As the school year winds down, there is a lot of stuff that needs to be done to properly close out the year. The office staff has a bunch of administrative tasks that have to be done, and they work an extra week in July (like, NOW) in order to get it all done. I’m not exactly sure what they do, but there seems to be a lot of it. In addition to completing our final files on each of our students, we teachers also have to assist with the general clean-up in the school. There is a list, and we sign up to clean out and reorganize places like the art room, the gym equipment rooms, the staff room, the various book rooms.
Being the organizational maven that I am, I quite like this. I regularly sign up to clean either the staff room or the book rooms. There are a few like-minded souls around my school, so I always have good company while doing these jobs. It’s also a very good way to see what materials we actually have in our school, especially the book rooms, and being a reading specialist, it’s kinda important that I know what is available to be used for reading instruction at the various grade levels.
So, last week, Thursday I think it was, I could be found in the English book room, busily rooting around for books that hadn’t been put back in their proper locations after being used. (Seriously, people! Can’t you RECOGNIZE alphabetical order when you see it? How on earth can you teach it to little kids if you yourself think that books at Level P belong on the shelf with books at Level L? And why would you just dump a bunch of books on the table instead of even making that kind of half-assed attempt to put them away properly? How do you expect your students to put stuff away if you can’t be bothered yourself?)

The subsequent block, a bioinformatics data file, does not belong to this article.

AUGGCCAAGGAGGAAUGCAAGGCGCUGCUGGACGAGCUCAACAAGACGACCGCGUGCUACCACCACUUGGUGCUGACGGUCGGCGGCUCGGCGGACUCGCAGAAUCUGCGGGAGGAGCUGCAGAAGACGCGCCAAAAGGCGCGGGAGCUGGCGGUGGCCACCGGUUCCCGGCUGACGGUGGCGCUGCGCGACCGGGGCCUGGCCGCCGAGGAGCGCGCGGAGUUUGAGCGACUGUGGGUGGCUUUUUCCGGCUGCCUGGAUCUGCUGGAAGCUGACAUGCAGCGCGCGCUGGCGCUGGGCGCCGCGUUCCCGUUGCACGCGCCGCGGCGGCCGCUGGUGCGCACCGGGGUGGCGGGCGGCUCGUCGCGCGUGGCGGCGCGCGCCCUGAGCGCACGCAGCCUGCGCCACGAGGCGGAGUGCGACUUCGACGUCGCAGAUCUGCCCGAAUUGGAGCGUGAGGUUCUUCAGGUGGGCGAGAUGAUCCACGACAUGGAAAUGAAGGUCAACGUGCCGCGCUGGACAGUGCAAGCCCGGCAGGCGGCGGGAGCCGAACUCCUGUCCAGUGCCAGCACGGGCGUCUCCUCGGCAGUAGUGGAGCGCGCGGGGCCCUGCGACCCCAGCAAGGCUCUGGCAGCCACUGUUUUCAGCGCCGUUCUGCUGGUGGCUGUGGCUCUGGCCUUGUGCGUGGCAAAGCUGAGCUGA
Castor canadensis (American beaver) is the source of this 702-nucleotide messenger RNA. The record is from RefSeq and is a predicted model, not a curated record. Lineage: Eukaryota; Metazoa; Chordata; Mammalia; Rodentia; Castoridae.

Our English book room is a fairly large room. In fact, it is so large that only half of it contains books. The other half is art supplies. Now, technically, I was NOT cleaning up the art supplies, only the books, but there were a number of big pads of cardboard paper strewn about untidily, and it was bugging me. These pads are rather heavy and unwieldy. They are used to make charts and posters, so they’re not tiny, either. I saw that they were supposed to be stored atop the shelving unit, because that was really the only place wide enough for them.
I picked one pad up and tried to heft it onto the top of the shelving unit. I did say that these pads are rather heavy and unwieldy and also not tiny, didn’t I? Well, I didn’t quite get the pad onto the top well enough in order to be able to push it the rest of the way. It fought back and slid back down.
Into my face. My left cheek, to be exact.
It hurt like I’d just gotten slapped. I just picked it up and tried again, this time successfully. I got the other pads up there too. Then I went to the staffroom, as it was recess time.
There, another teacher took one look at me and said, “Were you just in a fight or something?”
I went to the bathroom to have a look. My entire left cheek was beet red, complete with three long red scratches. Paper cuts, I guess. It hurt to touch. It looked like it was going to turn into a lovely bruise. Right on my face.
I ruefully headed back to the office and showed my injuries to one of the secretaries, who is also one of our first aid people. “I guess I have to fill in an accident report and file a claim with WorkSafeBC,” I said to her.
“Damn straight you do,” she replied, handing me the paperwork.
Not that I thought these were serious injuries that would morph into flesh-eating disease, but you never know, so I filled in the forms and gave them back to her to be sent in.
And now, almost a week later, I seem to have healed completely, thank goodness. There are no marks on my cheek to show for the incident, so I’m happy about that. I mean, I’m flying off on vacation pretty soon, and I’d hate to look all gross and wounded in the photos.